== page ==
“The thing about Portugal is that on the one hand it seems like nothing has changed and they’ve been doing things the way they were doing them decades ago, but on the other hand if you consider North America, we’re trying to change back to do what places like Portugal never stopped doing.”
Okay, so I bounced around some ideas for this post for a couple of weeks since being back from Portugal, but this quotation (said by my partner while we were there) kept swimming up to the top of my pool of ideas, so, I’m going to deviate from my usual documentation style blog post. Besides, these days anyone travelling and willing to invest a little planning time can easily google (or search social media) for the trendiest restaurants and hotspots, and seek the wisdom of professional travel writers for the “must see” historical sites of most places in the world. So instead I present you with some quirky and unusual (for non-Europeans anyhow) facts that you may not know about Portugal; some things I once took for granted, but have since fallen in love with. Fret not, I will follow with some photos; the best part of sharing.
First, a little background: I haven’t been back to Portugal in 15 years. As a kid, I went often with my parents. My father was born in Porto, and my mom in a very small village in the Douro region called Pinhal do Norte. I was born in Africa, which if you know anything about Portugal’s colonial past you will recognize this as quite common. We moved here as a family in 1976 and left quite a bit of family behind. In my younger years we spent as many summers as we could afford vacationing in Portugal. Since then, most of my family members have moved or passed away, and I have spent the last 15 years discovering other parts of this vast world.
We planned for this trip over a couple of years, knowing it would be our longest to date, and that we would attempt to see Portugal from the top to the bottom as well as visit the family I still have there. In hind sight, we both agree that we should have heeded the advice of family who strongly encouraged us to visit for much longer than our 18 days, but we both came away with a new (for him) and renewed (for me) appreciation for this small, yet incredible country. Sometimes appreciation for the things we take for granted grows out of experiencing things through the eyes of someone else, and many of the observations that follow, in fact, came from my (Canadian born/non-European) partner, who is now equally enamoured. So, without further ado, here are some things you probably don’t know about Portugal:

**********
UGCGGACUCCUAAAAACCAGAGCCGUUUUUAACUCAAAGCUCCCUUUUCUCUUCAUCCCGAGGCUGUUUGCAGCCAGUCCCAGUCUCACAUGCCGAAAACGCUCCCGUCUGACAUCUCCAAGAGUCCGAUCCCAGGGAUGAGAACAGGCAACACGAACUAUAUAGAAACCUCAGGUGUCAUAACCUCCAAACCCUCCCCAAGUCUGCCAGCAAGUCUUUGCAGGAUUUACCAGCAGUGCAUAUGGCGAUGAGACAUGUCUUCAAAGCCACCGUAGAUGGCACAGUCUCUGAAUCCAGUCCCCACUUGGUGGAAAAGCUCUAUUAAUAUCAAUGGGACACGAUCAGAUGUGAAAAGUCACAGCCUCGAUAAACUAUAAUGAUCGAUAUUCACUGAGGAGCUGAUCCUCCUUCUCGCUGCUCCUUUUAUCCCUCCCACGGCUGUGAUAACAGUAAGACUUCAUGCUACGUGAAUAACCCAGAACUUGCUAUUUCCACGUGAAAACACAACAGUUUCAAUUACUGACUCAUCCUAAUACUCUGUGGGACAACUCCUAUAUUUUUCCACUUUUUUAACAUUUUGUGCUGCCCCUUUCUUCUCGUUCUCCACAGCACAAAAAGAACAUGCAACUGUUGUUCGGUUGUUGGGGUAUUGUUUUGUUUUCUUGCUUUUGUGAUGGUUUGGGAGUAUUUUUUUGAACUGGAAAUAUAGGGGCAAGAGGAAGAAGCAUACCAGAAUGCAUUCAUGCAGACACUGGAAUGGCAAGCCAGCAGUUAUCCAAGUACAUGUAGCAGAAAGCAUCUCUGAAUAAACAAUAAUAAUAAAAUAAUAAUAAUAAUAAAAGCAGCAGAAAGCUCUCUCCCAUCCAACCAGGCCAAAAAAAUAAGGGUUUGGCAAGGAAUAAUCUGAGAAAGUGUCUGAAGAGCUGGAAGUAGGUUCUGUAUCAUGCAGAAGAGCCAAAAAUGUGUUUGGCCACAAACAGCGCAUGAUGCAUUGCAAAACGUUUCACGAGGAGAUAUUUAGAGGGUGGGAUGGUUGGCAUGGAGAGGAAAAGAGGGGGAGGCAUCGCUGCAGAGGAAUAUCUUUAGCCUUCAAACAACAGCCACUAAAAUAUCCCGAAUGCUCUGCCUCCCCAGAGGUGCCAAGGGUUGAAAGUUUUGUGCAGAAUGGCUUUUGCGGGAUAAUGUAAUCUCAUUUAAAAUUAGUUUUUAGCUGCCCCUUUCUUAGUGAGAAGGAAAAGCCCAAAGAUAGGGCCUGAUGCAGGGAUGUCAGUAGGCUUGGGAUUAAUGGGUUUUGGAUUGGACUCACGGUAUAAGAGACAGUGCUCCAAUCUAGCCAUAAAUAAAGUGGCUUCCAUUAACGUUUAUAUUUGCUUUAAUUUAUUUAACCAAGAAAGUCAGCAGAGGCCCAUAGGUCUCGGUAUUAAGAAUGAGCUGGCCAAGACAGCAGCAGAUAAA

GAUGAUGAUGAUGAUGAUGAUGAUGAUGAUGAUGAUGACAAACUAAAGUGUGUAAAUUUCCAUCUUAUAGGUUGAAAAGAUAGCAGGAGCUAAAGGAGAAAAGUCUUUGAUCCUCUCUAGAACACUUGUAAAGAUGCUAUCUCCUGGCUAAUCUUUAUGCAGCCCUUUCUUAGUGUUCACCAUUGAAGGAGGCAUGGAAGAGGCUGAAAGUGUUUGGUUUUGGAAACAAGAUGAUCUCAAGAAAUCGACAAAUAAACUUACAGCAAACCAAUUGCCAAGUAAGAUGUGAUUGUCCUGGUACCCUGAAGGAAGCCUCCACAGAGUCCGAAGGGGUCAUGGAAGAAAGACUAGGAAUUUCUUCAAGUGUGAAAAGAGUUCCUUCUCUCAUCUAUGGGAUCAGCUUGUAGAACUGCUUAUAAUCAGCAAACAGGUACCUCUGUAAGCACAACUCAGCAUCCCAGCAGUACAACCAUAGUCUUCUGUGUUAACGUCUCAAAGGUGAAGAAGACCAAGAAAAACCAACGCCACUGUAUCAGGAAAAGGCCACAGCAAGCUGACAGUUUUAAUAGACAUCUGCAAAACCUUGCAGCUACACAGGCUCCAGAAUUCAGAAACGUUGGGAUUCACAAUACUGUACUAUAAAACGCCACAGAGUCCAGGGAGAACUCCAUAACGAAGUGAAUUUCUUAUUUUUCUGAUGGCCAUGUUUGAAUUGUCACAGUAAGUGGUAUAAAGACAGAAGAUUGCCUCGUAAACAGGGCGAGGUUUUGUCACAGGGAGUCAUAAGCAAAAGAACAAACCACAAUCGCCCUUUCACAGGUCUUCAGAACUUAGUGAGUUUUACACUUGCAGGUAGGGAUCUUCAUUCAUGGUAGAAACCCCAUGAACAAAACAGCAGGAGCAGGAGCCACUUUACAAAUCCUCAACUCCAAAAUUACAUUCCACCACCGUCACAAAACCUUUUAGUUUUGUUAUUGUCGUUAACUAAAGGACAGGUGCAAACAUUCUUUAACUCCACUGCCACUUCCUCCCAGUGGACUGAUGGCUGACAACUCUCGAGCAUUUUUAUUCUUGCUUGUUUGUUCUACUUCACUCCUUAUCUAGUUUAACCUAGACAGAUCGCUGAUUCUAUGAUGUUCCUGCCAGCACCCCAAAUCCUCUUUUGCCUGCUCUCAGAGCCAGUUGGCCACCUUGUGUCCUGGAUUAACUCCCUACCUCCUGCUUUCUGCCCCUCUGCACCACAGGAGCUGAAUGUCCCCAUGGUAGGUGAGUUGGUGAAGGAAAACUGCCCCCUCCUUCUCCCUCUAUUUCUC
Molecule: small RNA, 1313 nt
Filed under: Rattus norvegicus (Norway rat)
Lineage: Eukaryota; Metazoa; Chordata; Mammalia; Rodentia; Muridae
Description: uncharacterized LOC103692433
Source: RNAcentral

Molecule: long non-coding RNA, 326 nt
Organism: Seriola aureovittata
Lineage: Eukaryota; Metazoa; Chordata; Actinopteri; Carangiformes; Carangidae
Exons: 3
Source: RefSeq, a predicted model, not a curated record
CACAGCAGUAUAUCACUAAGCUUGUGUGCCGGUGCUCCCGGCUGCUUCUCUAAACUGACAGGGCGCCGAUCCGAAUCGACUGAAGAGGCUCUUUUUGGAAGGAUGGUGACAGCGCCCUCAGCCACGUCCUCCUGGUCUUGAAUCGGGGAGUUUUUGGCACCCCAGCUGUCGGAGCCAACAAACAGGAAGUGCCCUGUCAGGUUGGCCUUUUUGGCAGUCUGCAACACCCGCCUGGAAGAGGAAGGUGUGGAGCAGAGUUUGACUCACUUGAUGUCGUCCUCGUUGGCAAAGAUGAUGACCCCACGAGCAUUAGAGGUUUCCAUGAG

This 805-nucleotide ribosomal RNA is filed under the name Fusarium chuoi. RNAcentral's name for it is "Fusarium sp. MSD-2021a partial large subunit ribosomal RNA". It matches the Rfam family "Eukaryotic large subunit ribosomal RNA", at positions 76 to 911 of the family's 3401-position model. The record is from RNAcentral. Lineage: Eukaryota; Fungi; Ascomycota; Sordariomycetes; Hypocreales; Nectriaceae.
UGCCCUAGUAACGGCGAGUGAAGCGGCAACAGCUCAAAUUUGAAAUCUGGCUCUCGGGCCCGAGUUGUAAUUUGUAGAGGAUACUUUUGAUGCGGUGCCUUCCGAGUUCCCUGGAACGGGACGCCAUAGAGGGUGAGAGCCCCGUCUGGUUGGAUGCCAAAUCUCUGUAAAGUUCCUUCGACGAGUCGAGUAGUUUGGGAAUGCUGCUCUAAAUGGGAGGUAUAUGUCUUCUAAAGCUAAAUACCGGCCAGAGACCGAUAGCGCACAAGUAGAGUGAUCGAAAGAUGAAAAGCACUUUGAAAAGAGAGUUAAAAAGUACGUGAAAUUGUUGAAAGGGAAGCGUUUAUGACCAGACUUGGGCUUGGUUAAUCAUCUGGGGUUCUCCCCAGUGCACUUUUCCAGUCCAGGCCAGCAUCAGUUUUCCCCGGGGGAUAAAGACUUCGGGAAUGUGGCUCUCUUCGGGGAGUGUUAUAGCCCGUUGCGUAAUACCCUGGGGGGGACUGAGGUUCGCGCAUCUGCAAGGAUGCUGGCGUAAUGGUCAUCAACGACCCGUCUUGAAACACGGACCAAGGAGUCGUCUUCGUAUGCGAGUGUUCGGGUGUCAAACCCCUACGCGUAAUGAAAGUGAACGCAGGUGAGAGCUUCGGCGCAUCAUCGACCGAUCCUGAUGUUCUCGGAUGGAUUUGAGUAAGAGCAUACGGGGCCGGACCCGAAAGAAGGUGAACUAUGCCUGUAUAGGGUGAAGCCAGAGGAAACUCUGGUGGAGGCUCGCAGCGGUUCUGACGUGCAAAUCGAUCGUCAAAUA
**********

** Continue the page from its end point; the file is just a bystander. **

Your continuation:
1. Coffee culture is everywhere. You do not have to go to a trendy town and find the latest hipster coffee house; everyone is a barista. From the city coffee shops to highway rest stops, you can bet on an excellent cup of coffee (always espresso, unless you ask for something different). You can also bet on the fact that everyone sits down to enjoy their coffee; this time is expected and respected. Nothing is too important that you can’t interrupt to have a coffee, and I wish that mentality existed here. The other great thing about how the Portuguese consume coffee, is that there is NO WASTE, ever. You can’t get your coffee to go; you have to sit down and drink it. I think we call this being “environmentally friendly”.
2. Support for locally derived food and drink is not the latest trend, it’s just the way it is. Wherever you eat you will enjoy regional specialities made with whatever is in season. The wine list, in almost all cases, will have Portuguese wine exclusively. This may sound restrictive, but Portugal has 14 different wine regions which produce wines that celebrate a heritage of over 25o different grape varieties, some of which can not be found anywhere else in the world. We asked one restaurant why they didn’t have wines from, say France or Italy, and the reply was “why would we; we make lots of wine here”.
3. The “house wine” is usually the best. Here in North America, asking for house wine is akin to asking for the cheapest, crappiest wine a restaurant has to offer, but in Portugal (and this was confirmed by a number of servers we talked to), the house wine is selected “to represent the restaurant” and is often the best or favourite as selected by the owner or sommelier. You can also be sure, that in most cases this specially selected wine is very, very reasonably price.
4. There is so much natural and historical beauty to be seen in Portugal, and the Portuguese love it when people visit, but don’t expect them to make anything convenient for you. What I mean is, you won’t find signs leading you to the cliffs of Sagres to watch the sunset, you won’t find escalators, stairs or even walkways to the beautiful beaches in the Algarve, you won’t even find information easily online for the 66 wineries you can visit in the Alentejo, you won’t find convenient operating hours, and you definitely won’t find safety railings on any natural wonder to keep your kids from falling. But somehow, people get there, and this stoic determination to keep things they way they were is a marvelous thing.